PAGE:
A chemical found in birch bark helps wounds heal faster and with less scarring than ordinary creams, researchers say.
Tests on a gel, which contains betulin, showed it healed burn wounds quicker in 86 per cent of patients, compared to a typical gel used for burn treatment.
The extract of birch bark – used for centuries as a natural remedy – has previously been shown to help with skin wounds.
The new study was led by a team at the St Andrews Centre for Plastic Surgery and Burns at the Mid Essex Hospital NHS Trust.
Patients that used the birch-bark gel said it was ‘much better’. Picture shows the treatment of the wound over ten days. It is split in half, with the left side being treated with the standard gel and the right side being treated with the birch-bark gel
The gel, called Oleogel-S10, is produced by a German pharmaceutical company Birken AG – now owned by Amryt Pharma.
Scientists have now proven its healing effects in a phase three trial, which was funded by the drug firm. Patients that used the birch-bark gel said it was ‘much better’.
The product will now be submitted for approval in the US and Australia.
The gel has already been approved in Europe for use in the treatment of partial thickness wounds (PTW) in adults.
However, it won’t be available to buy in Europe and the UK until at least the end of 2019.
Previously, the gel has been found to speed up wound healing in patients who had patches of skin cut out for surgical graft procedures.
It is being developed as a prescription medicine for epidermolysis bullosa (EB), rare inherited skin disorders that cause the skin to become very fragile and blister.
For this condition, as well as wounds from burns, there are very limited treatment options, the creators said.
The team, led by Quentin Frew, recruited 57 patients with superficial burn wounds – which usually take no more than three weeks to heal.
The burns had been caused by fire, scalding or touching hot objects within two days of the trial starting.
Each patients applied the birch-bark gel to one half of the wound, and a standard gel to the other half at least once every two days until their skin had healed.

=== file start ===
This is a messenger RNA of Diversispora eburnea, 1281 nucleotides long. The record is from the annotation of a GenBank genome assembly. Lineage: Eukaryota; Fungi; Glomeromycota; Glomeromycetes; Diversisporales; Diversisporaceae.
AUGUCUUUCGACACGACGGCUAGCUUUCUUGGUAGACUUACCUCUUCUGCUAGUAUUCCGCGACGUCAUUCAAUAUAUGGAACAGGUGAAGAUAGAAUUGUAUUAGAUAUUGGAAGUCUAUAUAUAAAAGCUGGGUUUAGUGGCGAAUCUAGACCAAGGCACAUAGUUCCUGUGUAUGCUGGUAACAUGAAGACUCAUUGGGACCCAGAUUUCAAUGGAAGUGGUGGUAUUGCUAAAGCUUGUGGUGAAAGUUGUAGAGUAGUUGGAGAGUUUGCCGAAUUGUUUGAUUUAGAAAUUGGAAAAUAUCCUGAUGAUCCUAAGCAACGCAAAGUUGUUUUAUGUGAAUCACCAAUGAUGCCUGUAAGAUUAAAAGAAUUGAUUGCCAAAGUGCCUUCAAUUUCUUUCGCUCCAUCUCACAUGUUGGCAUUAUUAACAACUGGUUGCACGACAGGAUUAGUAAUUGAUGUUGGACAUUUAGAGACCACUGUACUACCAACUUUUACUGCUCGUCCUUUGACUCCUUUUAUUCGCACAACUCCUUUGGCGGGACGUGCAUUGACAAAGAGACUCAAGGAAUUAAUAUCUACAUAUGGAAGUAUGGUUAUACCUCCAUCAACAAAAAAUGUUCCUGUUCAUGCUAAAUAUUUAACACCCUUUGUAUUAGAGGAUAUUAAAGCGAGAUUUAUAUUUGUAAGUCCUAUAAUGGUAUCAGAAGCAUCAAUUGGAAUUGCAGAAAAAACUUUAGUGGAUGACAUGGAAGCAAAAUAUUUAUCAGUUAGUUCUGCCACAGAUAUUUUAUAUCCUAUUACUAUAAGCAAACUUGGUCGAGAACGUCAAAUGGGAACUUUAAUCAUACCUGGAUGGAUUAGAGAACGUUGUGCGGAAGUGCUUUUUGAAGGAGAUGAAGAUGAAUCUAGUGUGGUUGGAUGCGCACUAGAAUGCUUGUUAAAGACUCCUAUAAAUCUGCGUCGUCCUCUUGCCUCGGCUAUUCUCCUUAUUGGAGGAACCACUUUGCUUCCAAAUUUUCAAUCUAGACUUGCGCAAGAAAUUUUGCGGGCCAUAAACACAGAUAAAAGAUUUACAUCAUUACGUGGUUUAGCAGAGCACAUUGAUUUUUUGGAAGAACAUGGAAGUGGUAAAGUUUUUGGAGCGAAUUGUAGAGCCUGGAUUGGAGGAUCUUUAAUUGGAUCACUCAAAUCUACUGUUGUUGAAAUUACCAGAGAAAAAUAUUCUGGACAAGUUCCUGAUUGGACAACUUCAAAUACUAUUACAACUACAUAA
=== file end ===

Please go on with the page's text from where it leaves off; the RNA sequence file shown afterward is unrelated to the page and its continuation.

After three months (pictured bottom) and 12 months, the appearance of the birch-bark treated skin (left) was more like that of healthy skin in its texture and pigmentation compared to the standard gel treated skin (right)
WHAT IS EPIDERMOLYSIS BULLOSA?
Epidermolysis bullosa (EB) is a general term used to describe a group of rare, inherited disorders that cause the skin to become very fragile.
Any trauma or friction causes patients’ skin to blister.
It affects around one in every 50,000 people worldwide.
Around 40 per cent of sufferers do not survive the first year and most do not live beyond five years old.
The three main types of the disorder include:
- EB simplex – where blistering occurs in the upper layer of skin. This affects 70 per cent of sufferers
- Dystrophic EB – where blistering occurs in the upper layer beneath the skin’s surface, which affects 25 per cent of patients
- Junctional EB – where blistering occurs in the lower layer of the inner skin, which is usually the most severe form of the condition
Most cases are obvious from birth.
EB occurs due to faulty genes, which can be inherited or occur spontaneously.
There is no cure.
Treatment focuses on relieving pain and treating complications, such as infections or skin cancer.
Source: NHS Choices and the National Organization for Rare Disorders
The half treated with the birch-bark gel showed significantly better improvements than the standard gel, New Scientist reports.
At a three and 12 month follow up, the appearance of the birch-bark treated skin was more like that of healthy skin in its texture and pigmentation.
The slower a burn wound takes to close, the more visible scars may be.
Therefore, the fact the wound closed a day earlier when treated with the birch-bark gel may explain why it looked better many months later.
Wounds treated with Oleogel-S10 took an average of 7.6 days to heal, compared to 8.8 days with the standard gel.
The main ingredient in birch bark – a chemical called betulin – appears to be the key ingredient in birch bark,
Mr Frew said betulin appears to be the key ingredient causing the effects.
However, he added several other molecules, including oleanolic acid, have also been shown to have anti-bacterial and anti-inflammatory properties, which could also make an impact.
The topical product is formulated with the betulin chemical from the bark and sunflower oil.
It works by causing the keratinocytes – cells that regenerate the outer layer of the skin – to migrate and to branch the tissue between the wound and skin around it.
‘The goal in treatment of superficial partial thickness burns is wound healing without complications,’ the authors said in the report in Burns Journal.
‘In particular to avoid infections, to reduce the pain associated with these wounds, and to achieve a good long-term outcome in skin appearance.’
A previous trial of the product followed a similar method of treating half a wound with Oleogel-S10 and half with just a dressing.
Ten patients were enrolled who had EB, with 12 wounds, either recent or chronic, to be treated between them.
The gel was said to significantly accelerate the healing in eight wounds, with four left ‘undecided’, but none in favour of only dressing.